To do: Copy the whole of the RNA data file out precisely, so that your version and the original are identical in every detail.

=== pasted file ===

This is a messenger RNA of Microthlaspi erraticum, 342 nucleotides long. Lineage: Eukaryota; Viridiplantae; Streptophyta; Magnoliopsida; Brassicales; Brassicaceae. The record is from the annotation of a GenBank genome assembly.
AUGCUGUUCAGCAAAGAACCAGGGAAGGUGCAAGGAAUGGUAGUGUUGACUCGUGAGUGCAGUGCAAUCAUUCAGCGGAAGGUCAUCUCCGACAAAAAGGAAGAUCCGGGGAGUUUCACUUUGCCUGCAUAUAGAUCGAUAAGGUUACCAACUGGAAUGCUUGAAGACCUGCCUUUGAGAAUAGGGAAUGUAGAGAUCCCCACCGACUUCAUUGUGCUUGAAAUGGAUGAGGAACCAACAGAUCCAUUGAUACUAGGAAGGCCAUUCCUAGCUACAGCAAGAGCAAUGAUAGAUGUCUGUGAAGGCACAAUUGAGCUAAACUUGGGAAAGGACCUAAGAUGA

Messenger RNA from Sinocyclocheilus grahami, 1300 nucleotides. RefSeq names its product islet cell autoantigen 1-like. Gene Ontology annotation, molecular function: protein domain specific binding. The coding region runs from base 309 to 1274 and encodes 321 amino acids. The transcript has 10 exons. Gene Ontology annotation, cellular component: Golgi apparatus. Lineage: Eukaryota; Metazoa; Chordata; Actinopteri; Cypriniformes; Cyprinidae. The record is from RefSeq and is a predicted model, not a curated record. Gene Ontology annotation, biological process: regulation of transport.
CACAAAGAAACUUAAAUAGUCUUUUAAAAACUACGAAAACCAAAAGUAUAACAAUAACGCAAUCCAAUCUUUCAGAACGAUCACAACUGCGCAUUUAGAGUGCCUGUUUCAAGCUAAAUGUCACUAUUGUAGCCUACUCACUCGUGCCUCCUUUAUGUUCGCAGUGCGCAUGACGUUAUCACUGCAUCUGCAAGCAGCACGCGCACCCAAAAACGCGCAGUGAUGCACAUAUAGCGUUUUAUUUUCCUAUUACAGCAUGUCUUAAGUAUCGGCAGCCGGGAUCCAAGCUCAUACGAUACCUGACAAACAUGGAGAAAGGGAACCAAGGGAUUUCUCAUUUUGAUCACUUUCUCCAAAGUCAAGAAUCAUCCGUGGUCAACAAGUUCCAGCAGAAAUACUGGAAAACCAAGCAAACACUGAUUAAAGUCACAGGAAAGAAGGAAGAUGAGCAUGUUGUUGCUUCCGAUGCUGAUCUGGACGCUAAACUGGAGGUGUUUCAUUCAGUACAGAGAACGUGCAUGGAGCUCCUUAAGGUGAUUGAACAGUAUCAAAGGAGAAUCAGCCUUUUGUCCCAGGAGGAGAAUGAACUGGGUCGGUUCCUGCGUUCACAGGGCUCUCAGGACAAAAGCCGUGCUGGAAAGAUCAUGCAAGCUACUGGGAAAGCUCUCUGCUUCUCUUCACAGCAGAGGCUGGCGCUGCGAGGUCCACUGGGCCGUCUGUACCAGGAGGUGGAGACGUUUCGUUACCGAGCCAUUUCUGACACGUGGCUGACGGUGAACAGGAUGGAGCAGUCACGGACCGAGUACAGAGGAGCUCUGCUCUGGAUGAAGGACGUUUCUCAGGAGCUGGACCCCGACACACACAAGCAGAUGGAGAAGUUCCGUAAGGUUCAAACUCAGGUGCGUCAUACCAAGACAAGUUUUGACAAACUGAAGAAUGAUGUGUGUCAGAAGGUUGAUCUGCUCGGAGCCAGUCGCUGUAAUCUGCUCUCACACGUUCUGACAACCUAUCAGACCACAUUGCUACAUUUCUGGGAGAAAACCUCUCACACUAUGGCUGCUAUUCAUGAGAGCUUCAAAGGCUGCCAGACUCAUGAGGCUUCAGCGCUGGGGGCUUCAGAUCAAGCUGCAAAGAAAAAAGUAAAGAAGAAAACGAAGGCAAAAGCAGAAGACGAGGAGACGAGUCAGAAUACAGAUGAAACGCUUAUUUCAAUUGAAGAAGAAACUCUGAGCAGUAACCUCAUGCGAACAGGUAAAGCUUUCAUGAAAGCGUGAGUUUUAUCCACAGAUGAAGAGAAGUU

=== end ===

This is a messenger RNA of Microthlaspi erraticum, 342 nucleotides long. Lineage: Eukaryota; Viridiplantae; Streptophyta; Magnoliopsida; Brassicales; Brassicaceae. The record is from the annotation of a GenBank genome assembly.
AUGCUGUUCAGCAAAGAACCAGGGAAGGUGCAAGGAAUGGUAGUGUUGACUCGUGAGUGCAGUGCAAUCAUUCAGCGGAAGGUCAUCUCCGACAAAAAGGAAGAUCCGGGGAGUUUCACUUUGCCUGCAUAUAGAUCGAUAAGGUUACCAACUGGAAUGCUUGAAGACCUGCCUUUGAGAAUAGGGAAUGUAGAGAUCCCCACCGACUUCAUUGUGCUUGAAAUGGAUGAGGAACCAACAGAUCCAUUGAUACUAGGAAGGCCAUUCCUAGCUACAGCAAGAGCAAUGAUAGAUGUCUGUGAAGGCACAAUUGAGCUAAACUUGGGAAAGGACCUAAGAUGA

Messenger RNA from Sinocyclocheilus grahami, 1300 nucleotides. RefSeq names its product islet cell autoantigen 1-like. Gene Ontology annotation, molecular function: protein domain specific binding. The coding region runs from base 309 to 1274 and encodes 321 amino acids. The transcript has 10 exons. Gene Ontology annotation, cellular component: Golgi apparatus. Lineage: Eukaryota; Metazoa; Chordata; Actinopteri; Cypriniformes; Cyprinidae. The record is from RefSeq and is a predicted model, not a curated record. Gene Ontology annotation, biological process: regulation of transport.
CACAAAGAAACUUAAAUAGUCUUUUAAAAACUACGAAAACCAAAAGUAUAACAAUAACGCAAUCCAAUCUUUCAGAACGAUCACAACUGCGCAUUUAGAGUGCCUGUUUCAAGCUAAAUGUCACUAUUGUAGCCUACUCACUCGUGCCUCCUUUAUGUUCGCAGUGCGCAUGACGUUAUCACUGCAUCUGCAAGCAGCACGCGCACCCAAAAACGCGCAGUGAUGCACAUAUAGCGUUUUAUUUUCCUAUUACAGCAUGUCUUAAGUAUCGGCAGCCGGGAUCCAAGCUCAUACGAUACCUGACAAACAUGGAGAAAGGGAACCAAGGGAUUUCUCAUUUUGAUCACUUUCUCCAAAGUCAAGAAUCAUCCGUGGUCAACAAGUUCCAGCAGAAAUACUGGAAAACCAAGCAAACACUGAUUAAAGUCACAGGAAAGAAGGAAGAUGAGCAUGUUGUUGCUUCCGAUGCUGAUCUGGACGCUAAACUGGAGGUGUUUCAUUCAGUACAGAGAACGUGCAUGGAGCUCCUUAAGGUGAUUGAACAGUAUCAAAGGAGAAUCAGCCUUUUGUCCCAGGAGGAGAAUGAACUGGGUCGGUUCCUGCGUUCACAGGGCUCUCAGGACAAAAGCCGUGCUGGAAAGAUCAUGCAAGCUACUGGGAAAGCUCUCUGCUUCUCUUCACAGCAGAGGCUGGCGCUGCGAGGUCCACUGGGCCGUCUGUACCAGGAGGUGGAGACGUUUCGUUACCGAGCCAUUUCUGACACGUGGCUGACGGUGAACAGGAUGGAGCAGUCACGGACCGAGUACAGAGGAGCUCUGCUCUGGAUGAAGGACGUUUCUCAGGAGCUGGACCCCGACACACACAAGCAGAUGGAGAAGUUCCGUAAGGUUCAAACUCAGGUGCGUCAUACCAAGACAAGUUUUGACAAACUGAAGAAUGAUGUGUGUCAGAAGGUUGAUCUGCUCGGAGCCAGUCGCUGUAAUCUGCUCUCACACGUUCUGACAACCUAUCAGACCACAUUGCUACAUUUCUGGGAGAAAACCUCUCACACUAUGGCUGCUAUUCAUGAGAGCUUCAAAGGCUGCCAGACUCAUGAGGCUUCAGCGCUGGGGGCUUCAGAUCAAGCUGCAAAGAAAAAAGUAAAGAAGAAAACGAAGGCAAAAGCAGAAGACGAGGAGACGAGUCAGAAUACAGAUGAAACGCUUAUUUCAAUUGAAGAAGAAACUCUGAGCAGUAACCUCAUGCGAACAGGUAAAGCUUUCAUGAAAGCGUGAGUUUUAUCCACAGAUGAAGAGAAGUU